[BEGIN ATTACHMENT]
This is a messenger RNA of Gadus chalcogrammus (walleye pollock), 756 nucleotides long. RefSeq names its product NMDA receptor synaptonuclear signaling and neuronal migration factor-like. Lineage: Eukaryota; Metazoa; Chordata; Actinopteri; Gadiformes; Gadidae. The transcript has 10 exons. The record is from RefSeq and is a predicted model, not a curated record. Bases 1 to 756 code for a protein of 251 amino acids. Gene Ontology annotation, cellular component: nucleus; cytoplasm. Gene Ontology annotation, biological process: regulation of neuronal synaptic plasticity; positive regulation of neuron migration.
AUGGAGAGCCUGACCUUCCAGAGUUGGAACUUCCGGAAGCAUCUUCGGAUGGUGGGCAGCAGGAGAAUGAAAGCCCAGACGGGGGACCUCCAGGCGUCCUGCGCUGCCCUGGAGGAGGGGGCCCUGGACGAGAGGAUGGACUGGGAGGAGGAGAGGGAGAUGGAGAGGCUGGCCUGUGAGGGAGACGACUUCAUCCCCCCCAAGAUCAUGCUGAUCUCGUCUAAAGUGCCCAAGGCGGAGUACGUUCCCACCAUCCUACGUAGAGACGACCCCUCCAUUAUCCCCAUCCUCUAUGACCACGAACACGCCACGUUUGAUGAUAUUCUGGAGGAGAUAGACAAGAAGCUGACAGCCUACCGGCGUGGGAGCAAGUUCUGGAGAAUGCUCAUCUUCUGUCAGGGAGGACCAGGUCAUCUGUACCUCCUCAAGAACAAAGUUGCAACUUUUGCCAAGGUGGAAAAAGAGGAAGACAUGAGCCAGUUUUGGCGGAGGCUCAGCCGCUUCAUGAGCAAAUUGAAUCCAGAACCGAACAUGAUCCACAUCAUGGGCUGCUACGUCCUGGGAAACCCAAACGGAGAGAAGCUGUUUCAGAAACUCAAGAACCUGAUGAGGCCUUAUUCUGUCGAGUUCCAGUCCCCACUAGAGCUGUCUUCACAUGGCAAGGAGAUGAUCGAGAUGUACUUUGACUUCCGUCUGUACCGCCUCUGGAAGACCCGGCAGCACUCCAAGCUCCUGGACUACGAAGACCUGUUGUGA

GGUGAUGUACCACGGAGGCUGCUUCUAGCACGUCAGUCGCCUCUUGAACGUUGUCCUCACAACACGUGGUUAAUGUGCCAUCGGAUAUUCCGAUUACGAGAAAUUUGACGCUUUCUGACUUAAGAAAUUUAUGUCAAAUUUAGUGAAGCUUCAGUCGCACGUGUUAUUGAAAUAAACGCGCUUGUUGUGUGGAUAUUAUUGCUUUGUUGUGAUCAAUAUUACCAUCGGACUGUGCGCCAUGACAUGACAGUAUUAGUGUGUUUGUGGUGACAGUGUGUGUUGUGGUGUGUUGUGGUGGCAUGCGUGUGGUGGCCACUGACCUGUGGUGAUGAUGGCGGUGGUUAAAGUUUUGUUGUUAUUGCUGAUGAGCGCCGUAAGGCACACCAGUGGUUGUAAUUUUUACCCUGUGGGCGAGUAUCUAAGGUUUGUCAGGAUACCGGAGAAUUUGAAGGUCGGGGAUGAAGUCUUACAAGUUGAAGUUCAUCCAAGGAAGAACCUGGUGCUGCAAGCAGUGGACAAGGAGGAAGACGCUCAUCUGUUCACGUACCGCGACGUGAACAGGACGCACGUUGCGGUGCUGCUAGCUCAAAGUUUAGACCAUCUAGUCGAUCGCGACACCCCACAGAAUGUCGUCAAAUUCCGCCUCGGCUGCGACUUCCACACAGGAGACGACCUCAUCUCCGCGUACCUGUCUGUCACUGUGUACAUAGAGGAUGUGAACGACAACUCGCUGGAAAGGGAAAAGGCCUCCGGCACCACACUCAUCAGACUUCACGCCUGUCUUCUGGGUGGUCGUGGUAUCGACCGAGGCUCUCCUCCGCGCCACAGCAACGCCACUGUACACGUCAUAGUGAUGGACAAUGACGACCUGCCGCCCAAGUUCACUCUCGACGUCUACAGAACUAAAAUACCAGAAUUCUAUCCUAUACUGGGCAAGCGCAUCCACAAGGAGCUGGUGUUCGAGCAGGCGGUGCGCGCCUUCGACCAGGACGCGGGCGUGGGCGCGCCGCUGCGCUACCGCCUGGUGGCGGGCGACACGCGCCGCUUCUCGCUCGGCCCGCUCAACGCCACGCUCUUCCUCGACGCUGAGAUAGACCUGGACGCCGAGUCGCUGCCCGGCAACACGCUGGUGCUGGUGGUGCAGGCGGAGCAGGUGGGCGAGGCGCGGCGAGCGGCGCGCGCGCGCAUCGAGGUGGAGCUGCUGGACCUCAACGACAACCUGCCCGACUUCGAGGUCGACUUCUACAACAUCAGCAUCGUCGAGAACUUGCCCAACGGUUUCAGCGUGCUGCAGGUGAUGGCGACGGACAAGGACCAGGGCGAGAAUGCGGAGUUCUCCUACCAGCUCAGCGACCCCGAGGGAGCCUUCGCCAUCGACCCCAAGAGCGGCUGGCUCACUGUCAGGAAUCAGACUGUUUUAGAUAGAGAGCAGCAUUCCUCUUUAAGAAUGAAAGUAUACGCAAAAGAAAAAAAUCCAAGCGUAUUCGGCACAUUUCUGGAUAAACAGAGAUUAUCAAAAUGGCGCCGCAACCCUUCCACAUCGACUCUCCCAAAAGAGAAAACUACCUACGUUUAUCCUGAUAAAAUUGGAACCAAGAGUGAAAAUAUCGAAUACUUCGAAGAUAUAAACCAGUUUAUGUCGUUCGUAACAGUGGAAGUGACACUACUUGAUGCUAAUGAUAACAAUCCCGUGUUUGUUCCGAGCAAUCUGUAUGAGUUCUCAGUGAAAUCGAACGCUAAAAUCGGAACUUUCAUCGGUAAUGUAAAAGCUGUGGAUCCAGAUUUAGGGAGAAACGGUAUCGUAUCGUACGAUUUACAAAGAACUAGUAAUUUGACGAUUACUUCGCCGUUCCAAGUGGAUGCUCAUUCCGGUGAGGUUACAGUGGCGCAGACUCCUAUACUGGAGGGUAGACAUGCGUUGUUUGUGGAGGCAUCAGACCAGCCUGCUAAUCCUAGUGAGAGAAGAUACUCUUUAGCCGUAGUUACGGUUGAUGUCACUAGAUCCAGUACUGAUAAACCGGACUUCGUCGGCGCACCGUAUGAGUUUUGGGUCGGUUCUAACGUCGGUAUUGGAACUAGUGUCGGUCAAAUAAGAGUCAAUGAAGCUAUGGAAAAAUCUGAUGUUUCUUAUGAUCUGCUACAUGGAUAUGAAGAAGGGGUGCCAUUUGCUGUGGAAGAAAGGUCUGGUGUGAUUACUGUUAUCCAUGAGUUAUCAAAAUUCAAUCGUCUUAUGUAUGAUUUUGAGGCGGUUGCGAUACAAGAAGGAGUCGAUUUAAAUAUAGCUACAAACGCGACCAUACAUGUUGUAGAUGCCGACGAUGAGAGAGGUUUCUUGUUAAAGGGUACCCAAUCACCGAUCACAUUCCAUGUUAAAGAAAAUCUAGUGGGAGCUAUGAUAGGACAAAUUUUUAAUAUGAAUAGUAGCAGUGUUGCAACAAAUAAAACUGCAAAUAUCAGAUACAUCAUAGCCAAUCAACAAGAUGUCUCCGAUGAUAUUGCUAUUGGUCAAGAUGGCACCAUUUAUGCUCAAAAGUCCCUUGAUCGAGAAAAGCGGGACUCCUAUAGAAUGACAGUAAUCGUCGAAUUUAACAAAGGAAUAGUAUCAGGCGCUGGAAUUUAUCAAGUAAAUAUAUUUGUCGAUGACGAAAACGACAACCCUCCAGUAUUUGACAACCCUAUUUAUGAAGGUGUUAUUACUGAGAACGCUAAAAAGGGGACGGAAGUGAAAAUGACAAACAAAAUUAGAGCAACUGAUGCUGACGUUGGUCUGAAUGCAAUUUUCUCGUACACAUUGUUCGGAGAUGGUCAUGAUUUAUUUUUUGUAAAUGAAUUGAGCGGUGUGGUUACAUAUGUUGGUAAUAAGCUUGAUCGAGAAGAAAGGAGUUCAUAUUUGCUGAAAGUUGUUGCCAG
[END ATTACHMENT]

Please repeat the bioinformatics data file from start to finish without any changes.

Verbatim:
This is a messenger RNA of Gadus chalcogrammus (walleye pollock), 756 nucleotides long. RefSeq names its product NMDA receptor synaptonuclear signaling and neuronal migration factor-like. Lineage: Eukaryota; Metazoa; Chordata; Actinopteri; Gadiformes; Gadidae. The transcript has 10 exons. The record is from RefSeq and is a predicted model, not a curated record. Bases 1 to 756 code for a protein of 251 amino acids. Gene Ontology annotation, cellular component: nucleus; cytoplasm. Gene Ontology annotation, biological process: regulation of neuronal synaptic plasticity; positive regulation of neuron migration.
AUGGAGAGCCUGACCUUCCAGAGUUGGAACUUCCGGAAGCAUCUUCGGAUGGUGGGCAGCAGGAGAAUGAAAGCCCAGACGGGGGACCUCCAGGCGUCCUGCGCUGCCCUGGAGGAGGGGGCCCUGGACGAGAGGAUGGACUGGGAGGAGGAGAGGGAGAUGGAGAGGCUGGCCUGUGAGGGAGACGACUUCAUCCCCCCCAAGAUCAUGCUGAUCUCGUCUAAAGUGCCCAAGGCGGAGUACGUUCCCACCAUCCUACGUAGAGACGACCCCUCCAUUAUCCCCAUCCUCUAUGACCACGAACACGCCACGUUUGAUGAUAUUCUGGAGGAGAUAGACAAGAAGCUGACAGCCUACCGGCGUGGGAGCAAGUUCUGGAGAAUGCUCAUCUUCUGUCAGGGAGGACCAGGUCAUCUGUACCUCCUCAAGAACAAAGUUGCAACUUUUGCCAAGGUGGAAAAAGAGGAAGACAUGAGCCAGUUUUGGCGGAGGCUCAGCCGCUUCAUGAGCAAAUUGAAUCCAGAACCGAACAUGAUCCACAUCAUGGGCUGCUACGUCCUGGGAAACCCAAACGGAGAGAAGCUGUUUCAGAAACUCAAGAACCUGAUGAGGCCUUAUUCUGUCGAGUUCCAGUCCCCACUAGAGCUGUCUUCACAUGGCAAGGAGAUGAUCGAGAUGUACUUUGACUUCCGUCUGUACCGCCUCUGGAAGACCCGGCAGCACUCCAAGCUCCUGGACUACGAAGACCUGUUGUGA

GGUGAUGUACCACGGAGGCUGCUUCUAGCACGUCAGUCGCCUCUUGAACGUUGUCCUCACAACACGUGGUUAAUGUGCCAUCGGAUAUUCCGAUUACGAGAAAUUUGACGCUUUCUGACUUAAGAAAUUUAUGUCAAAUUUAGUGAAGCUUCAGUCGCACGUGUUAUUGAAAUAAACGCGCUUGUUGUGUGGAUAUUAUUGCUUUGUUGUGAUCAAUAUUACCAUCGGACUGUGCGCCAUGACAUGACAGUAUUAGUGUGUUUGUGGUGACAGUGUGUGUUGUGGUGUGUUGUGGUGGCAUGCGUGUGGUGGCCACUGACCUGUGGUGAUGAUGGCGGUGGUUAAAGUUUUGUUGUUAUUGCUGAUGAGCGCCGUAAGGCACACCAGUGGUUGUAAUUUUUACCCUGUGGGCGAGUAUCUAAGGUUUGUCAGGAUACCGGAGAAUUUGAAGGUCGGGGAUGAAGUCUUACAAGUUGAAGUUCAUCCAAGGAAGAACCUGGUGCUGCAAGCAGUGGACAAGGAGGAAGACGCUCAUCUGUUCACGUACCGCGACGUGAACAGGACGCACGUUGCGGUGCUGCUAGCUCAAAGUUUAGACCAUCUAGUCGAUCGCGACACCCCACAGAAUGUCGUCAAAUUCCGCCUCGGCUGCGACUUCCACACAGGAGACGACCUCAUCUCCGCGUACCUGUCUGUCACUGUGUACAUAGAGGAUGUGAACGACAACUCGCUGGAAAGGGAAAAGGCCUCCGGCACCACACUCAUCAGACUUCACGCCUGUCUUCUGGGUGGUCGUGGUAUCGACCGAGGCUCUCCUCCGCGCCACAGCAACGCCACUGUACACGUCAUAGUGAUGGACAAUGACGACCUGCCGCCCAAGUUCACUCUCGACGUCUACAGAACUAAAAUACCAGAAUUCUAUCCUAUACUGGGCAAGCGCAUCCACAAGGAGCUGGUGUUCGAGCAGGCGGUGCGCGCCUUCGACCAGGACGCGGGCGUGGGCGCGCCGCUGCGCUACCGCCUGGUGGCGGGCGACACGCGCCGCUUCUCGCUCGGCCCGCUCAACGCCACGCUCUUCCUCGACGCUGAGAUAGACCUGGACGCCGAGUCGCUGCCCGGCAACACGCUGGUGCUGGUGGUGCAGGCGGAGCAGGUGGGCGAGGCGCGGCGAGCGGCGCGCGCGCGCAUCGAGGUGGAGCUGCUGGACCUCAACGACAACCUGCCCGACUUCGAGGUCGACUUCUACAACAUCAGCAUCGUCGAGAACUUGCCCAACGGUUUCAGCGUGCUGCAGGUGAUGGCGACGGACAAGGACCAGGGCGAGAAUGCGGAGUUCUCCUACCAGCUCAGCGACCCCGAGGGAGCCUUCGCCAUCGACCCCAAGAGCGGCUGGCUCACUGUCAGGAAUCAGACUGUUUUAGAUAGAGAGCAGCAUUCCUCUUUAAGAAUGAAAGUAUACGCAAAAGAAAAAAAUCCAAGCGUAUUCGGCACAUUUCUGGAUAAACAGAGAUUAUCAAAAUGGCGCCGCAACCCUUCCACAUCGACUCUCCCAAAAGAGAAAACUACCUACGUUUAUCCUGAUAAAAUUGGAACCAAGAGUGAAAAUAUCGAAUACUUCGAAGAUAUAAACCAGUUUAUGUCGUUCGUAACAGUGGAAGUGACACUACUUGAUGCUAAUGAUAACAAUCCCGUGUUUGUUCCGAGCAAUCUGUAUGAGUUCUCAGUGAAAUCGAACGCUAAAAUCGGAACUUUCAUCGGUAAUGUAAAAGCUGUGGAUCCAGAUUUAGGGAGAAACGGUAUCGUAUCGUACGAUUUACAAAGAACUAGUAAUUUGACGAUUACUUCGCCGUUCCAAGUGGAUGCUCAUUCCGGUGAGGUUACAGUGGCGCAGACUCCUAUACUGGAGGGUAGACAUGCGUUGUUUGUGGAGGCAUCAGACCAGCCUGCUAAUCCUAGUGAGAGAAGAUACUCUUUAGCCGUAGUUACGGUUGAUGUCACUAGAUCCAGUACUGAUAAACCGGACUUCGUCGGCGCACCGUAUGAGUUUUGGGUCGGUUCUAACGUCGGUAUUGGAACUAGUGUCGGUCAAAUAAGAGUCAAUGAAGCUAUGGAAAAAUCUGAUGUUUCUUAUGAUCUGCUACAUGGAUAUGAAGAAGGGGUGCCAUUUGCUGUGGAAGAAAGGUCUGGUGUGAUUACUGUUAUCCAUGAGUUAUCAAAAUUCAAUCGUCUUAUGUAUGAUUUUGAGGCGGUUGCGAUACAAGAAGGAGUCGAUUUAAAUAUAGCUACAAACGCGACCAUACAUGUUGUAGAUGCCGACGAUGAGAGAGGUUUCUUGUUAAAGGGUACCCAAUCACCGAUCACAUUCCAUGUUAAAGAAAAUCUAGUGGGAGCUAUGAUAGGACAAAUUUUUAAUAUGAAUAGUAGCAGUGUUGCAACAAAUAAAACUGCAAAUAUCAGAUACAUCAUAGCCAAUCAACAAGAUGUCUCCGAUGAUAUUGCUAUUGGUCAAGAUGGCACCAUUUAUGCUCAAAAGUCCCUUGAUCGAGAAAAGCGGGACUCCUAUAGAAUGACAGUAAUCGUCGAAUUUAACAAAGGAAUAGUAUCAGGCGCUGGAAUUUAUCAAGUAAAUAUAUUUGUCGAUGACGAAAACGACAACCCUCCAGUAUUUGACAACCCUAUUUAUGAAGGUGUUAUUACUGAGAACGCUAAAAAGGGGACGGAAGUGAAAAUGACAAACAAAAUUAGAGCAACUGAUGCUGACGUUGGUCUGAAUGCAAUUUUCUCGUACACAUUGUUCGGAGAUGGUCAUGAUUUAUUUUUUGUAAAUGAAUUGAGCGGUGUGGUUACAUAUGUUGGUAAUAAGCUUGAUCGAGAAGAAAGGAGUUCAUAUUUGCUGAAAGUUGUUGCCAG